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ditions which


have delivered: and many such-like things do ye.

Still God is a jealous GOD'; that is His character with respect to His laws, indelibly written on the facred page, and awfully manifested throughout the volume of divine revelation. So those wretched Jews found it in the dreadful destruction which He sent upon them.,

They could not justify themselves by appealing to their traditions, nor repair the dishonour which to the divine law, by vacating its obligations in order to establish their own inventions. However pious or, pure they might seem in their own eyes, the eyes of thofe who were deluded into as high an esteem for human tradition as they themselves were, yet they found to their cost--and so will every one, sooner or later, who sets up human wisdom against the wisdom of God, and buman inventions against the ordinances of Heaven- that the wisdom of this world is foolishness with God, (1 Cor. i. 20.) and-that which is highly esteemed among men is abomination in the fight of God.

Happy those whose passions have fo little power over them, and those who

or in

Luke xvi, 15


have so much power over their passions,

to steer clear of all difficulties. But this is not the lot of all. The apoftle, speaking on this subject, i Cor. vii. 7. says-- Every man hath his proper gift of God, one after this manner, and another after that. So His Divine Master, speaking also on the gift of continency, faith--Matt. xix. 11. All cannot receive (o xwpõuos, do not receive) this saying (viz. it is not good to marry, ver. 10.) fuve tbey to whom it is given. The scriptures shew us, that no one, while in a body of fin and death, is out of the reach of temptation: therefore let him that is thinking to stand (i doxy é sovies) take heed lejt be fall. Yet when persons are involved in difficulties, by means of any of the things heretofore discoursed upon ; let them not consult with flesh and blood, and, by following vulgar error, under the influences of superstition and prejudice of education, endeavour to right themselves by wrong methods, and be led, under a notion of repentance, to açt contrary to God's word, and to every principle of humanity, gratitude, truth, benevolence, and even common honesty, by abandoning and forsaking those who have a right to their affista ance, comfort, and protection :- Let them, under the guidance of real prudence and found discretion, regulate their outward conduct so as to avoid all needless offence; but let the inward conduct of the conscience be subject only to the law of God.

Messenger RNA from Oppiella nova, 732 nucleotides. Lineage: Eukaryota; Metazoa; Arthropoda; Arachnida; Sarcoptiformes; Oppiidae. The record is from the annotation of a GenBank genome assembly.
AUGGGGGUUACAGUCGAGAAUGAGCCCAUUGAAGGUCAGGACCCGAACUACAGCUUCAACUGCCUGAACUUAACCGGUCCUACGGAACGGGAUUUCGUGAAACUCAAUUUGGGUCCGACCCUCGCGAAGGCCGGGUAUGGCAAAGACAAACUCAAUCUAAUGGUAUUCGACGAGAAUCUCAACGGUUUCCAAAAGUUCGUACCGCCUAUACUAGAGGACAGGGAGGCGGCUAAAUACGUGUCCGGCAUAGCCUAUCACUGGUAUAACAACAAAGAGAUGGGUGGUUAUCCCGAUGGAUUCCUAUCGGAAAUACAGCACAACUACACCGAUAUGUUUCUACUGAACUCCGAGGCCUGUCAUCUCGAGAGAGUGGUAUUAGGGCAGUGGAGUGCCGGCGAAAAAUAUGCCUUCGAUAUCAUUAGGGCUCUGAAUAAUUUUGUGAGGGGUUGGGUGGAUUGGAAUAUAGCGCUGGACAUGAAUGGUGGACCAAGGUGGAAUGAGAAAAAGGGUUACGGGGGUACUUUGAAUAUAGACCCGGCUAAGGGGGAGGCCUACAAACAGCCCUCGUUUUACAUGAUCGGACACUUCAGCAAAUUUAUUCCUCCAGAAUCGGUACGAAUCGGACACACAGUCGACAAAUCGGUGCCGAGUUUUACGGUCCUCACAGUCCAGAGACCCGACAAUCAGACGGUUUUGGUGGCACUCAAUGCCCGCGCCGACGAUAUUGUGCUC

As to the world, it loves its own (John xv. 19.) its own maxims, cuftoms, and inventions, and, above all, its own ease, too well to give itself the trouble of enquiring into the foundation on which either what it believes or profelles is built.

The Papist jogs on with his Mass-book--the Turk with his Koran—the Perpan with his Zendavestathe Gentoo with his Shasterthe Chinese with his Confucius --- the Englishman with his Marriage-Act; and nothing is so ill received because nothing to attacks the pride and exposes the ignorance of one part of mankind, and the knavery of another-as the discovery of the superstition, folly, and opposition to God, which cleaves to worldly Systems, especially thofe of the religious kind. Still individuals may be profited, and thankful, to be shewn, by some diligent enquirer after trath,



that, in many things, perhaps the most important, whereon the preservation of millions may depend, they have been taught to believe a lye, and that while they have been following the opinion of the world, even

even of what passes (like the Pharisees) for the devout and pious part of it, they have been only following a multitude to do evil. Exod. xxiii. 2.

С НА Р. C H A P. X.

Of POPULATION.Comparison of the

Jewish Law with Ours.

HEN we search the scripture, W

and take an impartial view of the divine law, we must acknowledge its harmony and consistency, both with respect to itself, and all things which are the objects of it. It perfectly agrees with its original designs, the glory of God and the happiness of his creatures. In no instance doth this observation appear more true, than in that part of the sacred code which is to regulate the commerce of the Sexes. The brute part of this lower creation is restrained by a sort of physical necessity, which is usually called instinct, within due bounds ; so that the several species may bę kept distinct, and not create a monstrous confusion from unnatural or im



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